Toni Morrison's The Bluest Eye

By Harold Bloom | Go to book overview

JAN FURMAN


Black Girlhood and Black Womanhood:
The Bluest Eye and Sula

From the beginning of her writing career Morrison has exercised a keen scrutiny of women's lives. The Bluest Eye and Sula, Morrison's first and second novels, are to varying extents about black girlhood and black womanhood, about women's connections to their families, their communities, to the larger social networks outside the community, to men, and to each other. Lending themselves to a reading as companion works, the novels complement one another thematically and may, in several ways, be viewed sequentially. ( Morrison calls her first four novels "evolutionary. One comes out of the other." In The Bluest Eye she was "interested in talking about black girlhood," and in Sula she "wanted to move to the other part of their life." She wanted to ask, "what ... do those feisty little girls grow up to be?") The Bluest Eye directs a critical gaze at the process and symbols of imprinting the self during childhood and at what happens to the self when the process is askew and the symbols are defective. In Sula, Morrison builds on the knowledge gained in the first novel, revisits childhood, and then moves her characters and readers a step forward into women's struggles to change delimiting symbols and take control of their lives. But excavating an identity that has been long buried beneath stereotype and convention is a wrenching endeavor, and Morrison demonstrates in Sula that although recasting one's role in the community is possible, there is a price to be paid for change.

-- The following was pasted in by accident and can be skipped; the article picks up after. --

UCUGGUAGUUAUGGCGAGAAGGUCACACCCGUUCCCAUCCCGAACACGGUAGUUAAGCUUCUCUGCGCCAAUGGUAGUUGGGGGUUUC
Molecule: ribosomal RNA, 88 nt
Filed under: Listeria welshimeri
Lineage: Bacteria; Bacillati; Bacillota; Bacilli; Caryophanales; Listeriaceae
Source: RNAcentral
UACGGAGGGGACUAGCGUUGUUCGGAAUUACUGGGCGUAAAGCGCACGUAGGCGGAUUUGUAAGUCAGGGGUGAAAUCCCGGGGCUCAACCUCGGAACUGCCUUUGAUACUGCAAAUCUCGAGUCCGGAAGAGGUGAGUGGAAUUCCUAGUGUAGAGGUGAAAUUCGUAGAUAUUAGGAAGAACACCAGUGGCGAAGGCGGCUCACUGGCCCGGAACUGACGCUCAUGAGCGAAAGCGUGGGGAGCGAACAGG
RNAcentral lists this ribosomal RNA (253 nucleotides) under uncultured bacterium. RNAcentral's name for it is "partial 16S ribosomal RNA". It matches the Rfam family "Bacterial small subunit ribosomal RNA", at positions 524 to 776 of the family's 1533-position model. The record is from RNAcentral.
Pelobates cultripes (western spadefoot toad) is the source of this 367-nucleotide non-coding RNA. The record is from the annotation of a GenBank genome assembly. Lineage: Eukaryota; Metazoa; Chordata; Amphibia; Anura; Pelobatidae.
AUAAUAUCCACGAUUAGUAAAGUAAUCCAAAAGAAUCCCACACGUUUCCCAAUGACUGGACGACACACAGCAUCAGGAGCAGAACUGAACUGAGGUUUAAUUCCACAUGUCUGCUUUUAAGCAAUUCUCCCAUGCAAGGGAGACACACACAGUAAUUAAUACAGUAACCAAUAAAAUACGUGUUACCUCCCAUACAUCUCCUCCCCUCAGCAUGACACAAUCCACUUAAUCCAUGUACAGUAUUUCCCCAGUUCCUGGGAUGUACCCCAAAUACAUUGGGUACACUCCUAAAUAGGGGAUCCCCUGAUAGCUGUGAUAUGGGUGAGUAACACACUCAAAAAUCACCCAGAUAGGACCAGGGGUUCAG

____________________
From Toni Morrison's Fiction. © 1996 by the University of South Carolina Press.

-183-

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